FMCSA issues final CDL rule

The Federal Motor Carrier Safety Administration (FMCSA) today issued a final rule that it says significantly strengthens the licensing and sanctioning requirements of the commercial driver’s license (CDL) program for truck and bus drivers required to hold a CDL. The rule indicates a provision linking passenger car violations to commercial licenses. The final rule, which will go into effect September

The Federal Motor Carrier Safety Administration (FMCSA) today issued afinal rule that it says significantly strengthens the licensing and sanctioning requirements of the commercial driver’s license (CDL) program for truck and bus drivers required to hold a CDL. The rule indicates a provision linking passenger car violations to commercial licenses.

The final rule, which will go into effect September 30, allows FMCSA to disqualify commercial motor vehicle (CMV) drivers who have been convicted of traffic violations while operating a passenger vehicle that result in their license being canceled, revoked or suspended, or of committing drug and alcohol-related offenses while driving a passenger vehicle.

It also adds the following two new disqualifying offenses: driving a CMV after a CDL was revoked, suspended or canceled for operating a CMV; and causing a fatality through the negligent or criminal operation of a CMV.

“These comprehensive requirements for those who want to drive trucks and buses will help ensure that our highways are safer,” Transportation Secretary Norman Y. Mineta said. “Only safe drivers should operate trucks and buses, and this rule will help make that happen.”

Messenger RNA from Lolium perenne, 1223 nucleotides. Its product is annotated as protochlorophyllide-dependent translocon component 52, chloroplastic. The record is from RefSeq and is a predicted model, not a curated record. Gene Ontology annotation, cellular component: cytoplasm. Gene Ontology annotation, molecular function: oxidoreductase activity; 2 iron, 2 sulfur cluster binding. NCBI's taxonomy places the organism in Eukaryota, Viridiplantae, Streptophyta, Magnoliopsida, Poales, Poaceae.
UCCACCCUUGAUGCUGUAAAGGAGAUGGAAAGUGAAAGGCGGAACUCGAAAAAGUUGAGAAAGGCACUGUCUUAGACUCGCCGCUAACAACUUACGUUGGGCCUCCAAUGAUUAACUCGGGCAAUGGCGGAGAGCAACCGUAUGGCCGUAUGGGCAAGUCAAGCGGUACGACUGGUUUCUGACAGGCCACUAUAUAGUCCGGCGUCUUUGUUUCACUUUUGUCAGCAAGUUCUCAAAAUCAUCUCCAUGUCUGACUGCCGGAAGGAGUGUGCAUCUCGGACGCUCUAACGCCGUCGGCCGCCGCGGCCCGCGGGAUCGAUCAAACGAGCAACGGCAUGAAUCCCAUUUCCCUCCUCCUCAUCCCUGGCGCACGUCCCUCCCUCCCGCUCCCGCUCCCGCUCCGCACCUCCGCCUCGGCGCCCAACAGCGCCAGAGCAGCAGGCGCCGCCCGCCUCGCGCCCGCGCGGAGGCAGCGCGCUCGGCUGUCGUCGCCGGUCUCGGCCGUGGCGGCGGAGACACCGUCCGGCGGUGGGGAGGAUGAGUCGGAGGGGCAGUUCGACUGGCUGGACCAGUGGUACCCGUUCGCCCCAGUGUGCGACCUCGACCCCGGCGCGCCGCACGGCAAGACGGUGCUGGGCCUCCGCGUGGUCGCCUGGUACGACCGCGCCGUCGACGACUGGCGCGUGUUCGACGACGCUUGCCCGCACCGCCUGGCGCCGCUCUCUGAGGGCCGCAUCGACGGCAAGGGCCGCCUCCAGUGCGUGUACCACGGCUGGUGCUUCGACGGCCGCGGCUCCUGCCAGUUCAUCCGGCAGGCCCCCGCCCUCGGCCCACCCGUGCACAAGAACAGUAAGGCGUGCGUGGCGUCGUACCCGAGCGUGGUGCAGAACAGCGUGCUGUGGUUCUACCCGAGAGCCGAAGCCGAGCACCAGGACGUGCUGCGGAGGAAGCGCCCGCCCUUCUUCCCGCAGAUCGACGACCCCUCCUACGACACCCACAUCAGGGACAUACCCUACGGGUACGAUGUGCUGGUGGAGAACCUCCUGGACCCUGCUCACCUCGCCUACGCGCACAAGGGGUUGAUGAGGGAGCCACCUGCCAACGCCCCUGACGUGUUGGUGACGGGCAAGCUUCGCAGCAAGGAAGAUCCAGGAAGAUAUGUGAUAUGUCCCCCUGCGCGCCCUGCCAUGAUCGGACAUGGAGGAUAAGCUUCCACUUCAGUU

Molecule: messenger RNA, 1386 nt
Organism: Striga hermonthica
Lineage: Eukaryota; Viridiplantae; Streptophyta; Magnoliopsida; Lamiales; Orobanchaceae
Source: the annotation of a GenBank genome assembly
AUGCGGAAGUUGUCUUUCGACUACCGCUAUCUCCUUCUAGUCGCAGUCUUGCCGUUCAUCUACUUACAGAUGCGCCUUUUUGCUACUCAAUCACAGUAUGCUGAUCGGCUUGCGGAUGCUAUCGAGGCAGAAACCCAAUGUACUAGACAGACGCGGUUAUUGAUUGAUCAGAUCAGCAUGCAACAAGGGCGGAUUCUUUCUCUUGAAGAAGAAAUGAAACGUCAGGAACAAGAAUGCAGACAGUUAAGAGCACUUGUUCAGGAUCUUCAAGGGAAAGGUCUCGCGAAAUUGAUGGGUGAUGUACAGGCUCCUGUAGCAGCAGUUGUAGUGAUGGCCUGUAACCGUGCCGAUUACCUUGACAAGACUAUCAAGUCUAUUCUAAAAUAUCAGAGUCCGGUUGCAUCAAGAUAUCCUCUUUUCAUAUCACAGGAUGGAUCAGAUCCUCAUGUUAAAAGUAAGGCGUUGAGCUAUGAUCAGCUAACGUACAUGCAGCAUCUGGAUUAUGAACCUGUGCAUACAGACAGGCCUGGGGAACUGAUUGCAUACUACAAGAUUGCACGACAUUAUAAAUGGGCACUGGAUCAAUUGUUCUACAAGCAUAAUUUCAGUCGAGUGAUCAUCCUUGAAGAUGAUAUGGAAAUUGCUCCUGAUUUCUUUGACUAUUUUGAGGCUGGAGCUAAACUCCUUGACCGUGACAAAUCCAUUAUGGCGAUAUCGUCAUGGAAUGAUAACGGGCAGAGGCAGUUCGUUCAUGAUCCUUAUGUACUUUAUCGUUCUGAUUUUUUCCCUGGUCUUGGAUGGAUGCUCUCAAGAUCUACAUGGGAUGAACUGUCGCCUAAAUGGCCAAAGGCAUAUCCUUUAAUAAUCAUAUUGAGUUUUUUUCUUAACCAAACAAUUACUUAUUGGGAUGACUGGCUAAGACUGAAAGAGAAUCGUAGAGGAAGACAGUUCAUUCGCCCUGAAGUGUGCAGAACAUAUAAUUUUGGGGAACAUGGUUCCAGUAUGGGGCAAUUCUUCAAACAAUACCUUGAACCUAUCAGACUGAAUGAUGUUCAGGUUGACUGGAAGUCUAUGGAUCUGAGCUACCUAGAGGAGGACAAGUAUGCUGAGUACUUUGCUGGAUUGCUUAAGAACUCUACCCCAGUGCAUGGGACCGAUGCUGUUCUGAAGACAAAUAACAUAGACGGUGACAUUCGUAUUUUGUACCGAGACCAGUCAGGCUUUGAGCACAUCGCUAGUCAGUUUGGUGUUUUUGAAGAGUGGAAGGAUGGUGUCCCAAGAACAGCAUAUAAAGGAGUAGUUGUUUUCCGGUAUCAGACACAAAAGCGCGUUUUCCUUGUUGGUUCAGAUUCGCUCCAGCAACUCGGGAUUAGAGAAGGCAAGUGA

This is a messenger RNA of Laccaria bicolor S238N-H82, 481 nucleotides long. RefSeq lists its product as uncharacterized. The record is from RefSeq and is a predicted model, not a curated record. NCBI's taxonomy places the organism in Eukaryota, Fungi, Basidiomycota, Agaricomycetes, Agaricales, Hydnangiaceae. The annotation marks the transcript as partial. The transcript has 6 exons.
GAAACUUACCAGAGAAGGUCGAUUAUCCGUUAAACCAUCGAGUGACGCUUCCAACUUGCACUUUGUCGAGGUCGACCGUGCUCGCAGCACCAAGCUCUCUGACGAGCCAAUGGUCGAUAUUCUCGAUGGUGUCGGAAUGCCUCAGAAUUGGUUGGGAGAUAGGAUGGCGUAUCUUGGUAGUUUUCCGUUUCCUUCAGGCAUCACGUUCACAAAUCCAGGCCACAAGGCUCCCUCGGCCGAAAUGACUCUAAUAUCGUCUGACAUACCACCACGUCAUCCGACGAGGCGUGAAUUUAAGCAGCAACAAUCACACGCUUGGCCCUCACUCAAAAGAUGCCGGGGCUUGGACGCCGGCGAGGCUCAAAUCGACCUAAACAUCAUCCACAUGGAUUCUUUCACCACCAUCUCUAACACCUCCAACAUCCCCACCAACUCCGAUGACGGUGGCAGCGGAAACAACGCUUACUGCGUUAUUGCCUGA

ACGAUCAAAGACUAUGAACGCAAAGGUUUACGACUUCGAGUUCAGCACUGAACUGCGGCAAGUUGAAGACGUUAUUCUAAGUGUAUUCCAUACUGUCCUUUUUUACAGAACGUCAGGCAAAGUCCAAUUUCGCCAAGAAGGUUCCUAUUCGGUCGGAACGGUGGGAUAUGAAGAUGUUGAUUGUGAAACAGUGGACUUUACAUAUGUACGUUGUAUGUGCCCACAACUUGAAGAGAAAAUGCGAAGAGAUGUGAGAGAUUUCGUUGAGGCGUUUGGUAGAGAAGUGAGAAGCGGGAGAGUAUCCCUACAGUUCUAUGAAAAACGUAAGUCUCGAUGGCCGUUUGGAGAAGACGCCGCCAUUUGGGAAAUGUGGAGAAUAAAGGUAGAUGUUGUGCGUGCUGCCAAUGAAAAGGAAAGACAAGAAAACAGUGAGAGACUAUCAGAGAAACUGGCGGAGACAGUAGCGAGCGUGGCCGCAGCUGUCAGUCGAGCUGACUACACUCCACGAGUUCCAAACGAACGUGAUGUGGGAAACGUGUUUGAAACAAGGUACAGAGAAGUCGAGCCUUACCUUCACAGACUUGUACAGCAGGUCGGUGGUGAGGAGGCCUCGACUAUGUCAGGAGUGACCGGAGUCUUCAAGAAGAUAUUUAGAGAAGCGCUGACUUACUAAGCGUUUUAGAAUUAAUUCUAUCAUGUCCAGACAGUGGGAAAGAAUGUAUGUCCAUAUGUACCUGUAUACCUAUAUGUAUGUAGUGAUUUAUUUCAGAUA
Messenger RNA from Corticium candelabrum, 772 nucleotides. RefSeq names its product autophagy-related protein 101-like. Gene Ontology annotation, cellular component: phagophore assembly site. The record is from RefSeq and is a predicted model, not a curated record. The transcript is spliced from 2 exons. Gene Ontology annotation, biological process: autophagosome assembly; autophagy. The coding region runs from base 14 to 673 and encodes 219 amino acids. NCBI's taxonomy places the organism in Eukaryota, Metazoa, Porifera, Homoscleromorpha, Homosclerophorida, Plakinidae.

Also, the regulation expands the list of serious traffic violations to include drivers who fail to obtain a CDL, driving a CMV without a CDL in the driver’s possession, and operating a CMV without proper class of CMV being driven or type of cargo being transported. The regulation authorizes FMCSA’s Chief Safety Officer to disqualify, on an emergency basis, CDL drivers who pose an imminent hazard, a condition that presents a likelihood of death, serious personal injury or substantial danger to the public.

The final rule also requires that applicants obtaining, transferring, or renewing a CDL tell their state driver-licensing agency where they previously held motor vehicle licenses. This enables the issuing agency to obtain a candidate’s complete driving record.

Within three years after the rule’s effective date, FMCSA will penalize states not in substantial compliance with licensing and sanctioning requirements of the CDL program by withholding federal grants through its Motor Carrier Safety Assistance Program.

The new rule allows FMCSA to prohibit states that do not comply with this rule from issuing, renewing, transferring or upgrading CDLs and from issuing hardship licenses to truck and bus drivers who lose their driving privileges. States that comply with FMCSA CDL requirements will be permitted to issue non-resident CDLs to drivers living in states that have lost that privilege.

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